The 13th Amendment, added to the U.S. Constitution after the Civil War, abolished slavery. But it made the exception that slavery and involuntary servitude could be used as “punishment for crime.” States then adopted similar wording in their own constitutions. Brown and his fellow activists are presenting an amendment to the California Constitution, known as the California Abolition Act, so that it bans involuntary servitude under all circumstances.

If forced labor is still alive and well in the U.S., it’s because of the very nature of capitalism: In its relentless pursuit of profit, the capitalist class always looks for ways to strip people of their rights in order to take greater advantage of them.

Pages 10-11

OSHA:
Even More Useless in the Pandemic

Mar 29, 2021

Workers have filed many more safety complaints with OSHA in 2020—not at all surprising, given a deadly pandemic. And during the biggest nationwide safety crisis in a century, OSHA inspections have DROPPED by half! And many of the inspections that did happen were “remote”—they didn’t even visit the workplace. That may keep the inspectors safe ... but it certainly doesn’t help the workers.

Amazon Workers Are Peeing in Bottles

Mar 29, 2021

Amazon’s public relations department last week suddenly declared: “You don’t really believe the peeing in bottles thing, do you? If that were true, nobody would work for us.” But this declaration convinced everybody that “the peeing in bottles thing” is the real thing. “I was the person who found the pee in the bottle. Trust me, it happened,” immediately tweeted reporter James Bloodworth, who worked undercover at Amazon in Britain.

Amazon’s delivery service providers commonly force their truck drivers to work fourteen-hour shifts, and pressure them to meet strict delivery times.

One Amazon driver, James Meyers, said, “I saw no effort on Amazon’s part to push delivery service providers to allow their drivers to use the restroom on a normal human basis, leading many, myself included, to urinate inside bottles for fear of slowing down our delivery rates.”

Amazon CEO Jeff Bezos’s Washington, D.C. mansion has 25 bathrooms, while his delivery drivers don’t have access to even one bathroom! Now everybody is wondering what Amazon’s next move will be. Getting into the lucrative business of selling workplace pee bottles delivered in no time, perhaps?

Dethrone the Tech Kings!

Mar 29, 2021

During the past year of the Covid pandemic, over 20 million people in this country lost their jobs and about 10 million workers still haven’t returned to work. But while millions of families were being pushed toward poverty, there was a tiny group of people who were enriching themselves—the capitalist class of billionaires.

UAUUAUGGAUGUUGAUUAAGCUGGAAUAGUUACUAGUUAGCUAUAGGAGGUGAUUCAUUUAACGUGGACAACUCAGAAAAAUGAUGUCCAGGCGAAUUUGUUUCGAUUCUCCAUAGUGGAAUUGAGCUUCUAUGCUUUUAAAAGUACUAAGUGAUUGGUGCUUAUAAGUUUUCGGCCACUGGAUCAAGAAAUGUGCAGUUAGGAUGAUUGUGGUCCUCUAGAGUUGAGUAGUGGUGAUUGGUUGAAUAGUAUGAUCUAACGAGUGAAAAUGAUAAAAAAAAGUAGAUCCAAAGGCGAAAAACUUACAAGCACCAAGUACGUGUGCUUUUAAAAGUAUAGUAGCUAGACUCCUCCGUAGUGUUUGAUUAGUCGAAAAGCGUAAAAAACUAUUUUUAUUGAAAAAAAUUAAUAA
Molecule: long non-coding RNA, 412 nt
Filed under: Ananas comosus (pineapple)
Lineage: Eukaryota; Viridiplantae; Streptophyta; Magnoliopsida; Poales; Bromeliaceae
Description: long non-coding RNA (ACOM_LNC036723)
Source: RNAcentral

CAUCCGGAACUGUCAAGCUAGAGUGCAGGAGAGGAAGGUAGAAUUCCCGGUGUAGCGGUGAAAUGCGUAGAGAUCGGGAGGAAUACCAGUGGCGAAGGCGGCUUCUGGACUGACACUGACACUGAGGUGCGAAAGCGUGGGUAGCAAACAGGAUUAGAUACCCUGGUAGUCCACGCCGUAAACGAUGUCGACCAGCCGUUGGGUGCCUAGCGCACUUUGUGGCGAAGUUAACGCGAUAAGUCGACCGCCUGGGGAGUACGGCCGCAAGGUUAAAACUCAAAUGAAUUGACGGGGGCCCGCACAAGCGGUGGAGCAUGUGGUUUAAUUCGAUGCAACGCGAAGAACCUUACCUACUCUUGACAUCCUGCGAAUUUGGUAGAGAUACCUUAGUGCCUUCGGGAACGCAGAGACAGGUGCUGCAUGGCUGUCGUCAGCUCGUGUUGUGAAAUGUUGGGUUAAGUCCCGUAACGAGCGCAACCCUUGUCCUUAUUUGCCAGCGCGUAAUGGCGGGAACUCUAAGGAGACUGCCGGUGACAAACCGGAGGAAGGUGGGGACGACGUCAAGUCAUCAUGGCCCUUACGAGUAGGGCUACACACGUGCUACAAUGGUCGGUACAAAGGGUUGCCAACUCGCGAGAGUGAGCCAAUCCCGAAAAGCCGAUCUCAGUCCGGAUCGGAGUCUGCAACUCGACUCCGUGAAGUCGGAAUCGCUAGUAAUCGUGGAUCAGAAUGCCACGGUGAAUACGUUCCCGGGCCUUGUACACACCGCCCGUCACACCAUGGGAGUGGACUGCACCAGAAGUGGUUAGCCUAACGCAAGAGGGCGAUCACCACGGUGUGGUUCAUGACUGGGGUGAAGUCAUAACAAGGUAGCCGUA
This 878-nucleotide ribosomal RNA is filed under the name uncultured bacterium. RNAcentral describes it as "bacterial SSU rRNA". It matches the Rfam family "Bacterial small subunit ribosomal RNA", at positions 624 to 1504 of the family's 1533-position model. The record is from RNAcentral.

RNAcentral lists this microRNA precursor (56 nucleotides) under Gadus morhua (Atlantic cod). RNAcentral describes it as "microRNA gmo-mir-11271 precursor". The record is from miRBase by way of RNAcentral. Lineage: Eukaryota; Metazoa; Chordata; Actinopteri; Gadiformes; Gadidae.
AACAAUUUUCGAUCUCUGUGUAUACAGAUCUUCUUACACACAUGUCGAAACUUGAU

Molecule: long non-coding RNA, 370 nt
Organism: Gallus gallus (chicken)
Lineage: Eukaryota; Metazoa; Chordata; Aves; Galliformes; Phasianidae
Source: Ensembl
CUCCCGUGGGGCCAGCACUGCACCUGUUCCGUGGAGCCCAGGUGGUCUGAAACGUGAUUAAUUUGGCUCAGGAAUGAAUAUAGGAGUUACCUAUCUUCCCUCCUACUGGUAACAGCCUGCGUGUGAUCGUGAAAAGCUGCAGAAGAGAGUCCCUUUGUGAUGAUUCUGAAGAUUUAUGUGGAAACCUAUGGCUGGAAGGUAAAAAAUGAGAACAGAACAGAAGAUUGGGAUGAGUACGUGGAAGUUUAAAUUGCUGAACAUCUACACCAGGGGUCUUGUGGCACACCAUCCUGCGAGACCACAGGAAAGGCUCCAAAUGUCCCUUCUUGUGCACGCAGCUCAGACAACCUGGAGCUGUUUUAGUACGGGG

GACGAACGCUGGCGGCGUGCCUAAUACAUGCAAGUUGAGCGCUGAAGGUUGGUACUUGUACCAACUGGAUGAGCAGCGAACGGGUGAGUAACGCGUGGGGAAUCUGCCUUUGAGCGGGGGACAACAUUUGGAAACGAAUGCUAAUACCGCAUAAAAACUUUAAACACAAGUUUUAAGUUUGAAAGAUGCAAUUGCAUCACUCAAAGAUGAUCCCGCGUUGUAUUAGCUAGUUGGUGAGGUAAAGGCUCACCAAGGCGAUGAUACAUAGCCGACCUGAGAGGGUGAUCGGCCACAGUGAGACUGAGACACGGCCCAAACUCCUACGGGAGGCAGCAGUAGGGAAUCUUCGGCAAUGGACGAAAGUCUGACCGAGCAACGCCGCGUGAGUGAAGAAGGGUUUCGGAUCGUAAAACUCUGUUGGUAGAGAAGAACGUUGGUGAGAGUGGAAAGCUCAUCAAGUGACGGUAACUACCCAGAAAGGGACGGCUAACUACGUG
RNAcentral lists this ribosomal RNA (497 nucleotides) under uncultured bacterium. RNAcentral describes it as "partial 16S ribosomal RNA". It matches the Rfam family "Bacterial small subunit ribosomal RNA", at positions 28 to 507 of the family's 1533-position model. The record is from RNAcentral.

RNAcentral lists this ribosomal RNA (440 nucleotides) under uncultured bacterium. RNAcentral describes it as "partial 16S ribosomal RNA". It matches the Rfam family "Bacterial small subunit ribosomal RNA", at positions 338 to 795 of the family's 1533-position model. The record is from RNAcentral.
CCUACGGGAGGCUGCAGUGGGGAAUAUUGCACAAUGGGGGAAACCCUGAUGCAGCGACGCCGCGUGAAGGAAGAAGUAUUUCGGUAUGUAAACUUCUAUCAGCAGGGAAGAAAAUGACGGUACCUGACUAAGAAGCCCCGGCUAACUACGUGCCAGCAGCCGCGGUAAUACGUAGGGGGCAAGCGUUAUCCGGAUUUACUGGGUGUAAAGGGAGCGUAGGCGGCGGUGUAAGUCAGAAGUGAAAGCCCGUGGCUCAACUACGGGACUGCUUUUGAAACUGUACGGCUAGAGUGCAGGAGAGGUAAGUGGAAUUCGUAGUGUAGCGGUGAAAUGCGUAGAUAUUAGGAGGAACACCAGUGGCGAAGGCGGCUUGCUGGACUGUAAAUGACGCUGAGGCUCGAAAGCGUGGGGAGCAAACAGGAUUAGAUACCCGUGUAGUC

Just for one example, there were nine people whose own personal wealth increased by more than 360 billion dollars in just the past year. These nine people included Jeff Bezos of Amazon, Elon Musk of Tesla, Mark Zuckerberg of Facebook, Bill Gates of Microsoft and the heads of other tech companies. It’s hard to even imagine how much money 360 billion dollars is. But to give some perspective, the wealth of these nine people increased by an amount that was almost equal to the total amount of all the stimulus checks that will be paid to almost 300 million people!!!

Bezos alone had his wealth increase by 58 billion dollars, which was more than the total amount he paid to all of Amazon’s hourly employees last year!!!

Here’s an idea. Take these profits back, and double the stimulus checks—for a start. And then fire the Fab 9 and give the employees the keys to the kingdom.

If It Takes a Revolution to Get a Union...

Mar 29, 2021

The following is the editorial from SPARK’s workplace newsletters, for the week of March 22, 2021.

Workers at the Amazon warehouse in Bessemer, Alabama are right now voting whether they want a union. If the result depended on what workers had already declared, they would today have their union. Almost a half year ago, 3,000 workers signed cards indicating they wanted a union. That’s 3,000 out of the total 5,800 people working at the warehouse. A clear majority signed for the union.

But this country has long been a bastion of anti-union activity and well-financed barriers to union organizing. It’s not enough to make it emphatically clear what workers want. Not enough to show with their signature they want a union. They have to get the government to “authorize” their union, go through a convoluted mess of legal steps, just to get an NLRB election scheduled. Then, they have to wait on the election while the company tries to tie up the process in the courts.

You wait, while some union supporters are ridden out of the plant, their livelihood taken from them. You wait, while the company schedules mandatory meetings, where it tells one lie after another. If you speak up, it can cost you your job. Then, there are all the little things: the indignity of sitting on the toilet, having to face anti-union slogans plastered inside every stall, every day, for months on end. And there are the big ones: your co-worker who collapsed on the floor from Covid.

Amazon brags that it pays $15 an hour. That’s not even true, given how Amazon schemes to shave down wages. But even if it were true, $15 an hour comes to only a little more than $30,000 a year for full time work. Amazon’s top executive, Jeff Bezos, increased his wealth by 63 billion dollars last year alone. One greedy, useless man grabbed more wealth than the total wages of all Amazon’s workers put together—not only its 500,000 workers in this country, but also its million and a half workers on the scale of the planet.

Bezos’ wealth came from the blood, sweat and tears—and broken bones—of Amazon workers.

Amazon brags that it organizes its work “aggressively.” That’s true. Amazon is aggressive. It times every task, records every move a worker makes. Any extra time gets marked down. Too much “extra” time taken to grab the items needed, stuff them into packages or send the packages on their way costs someone their job.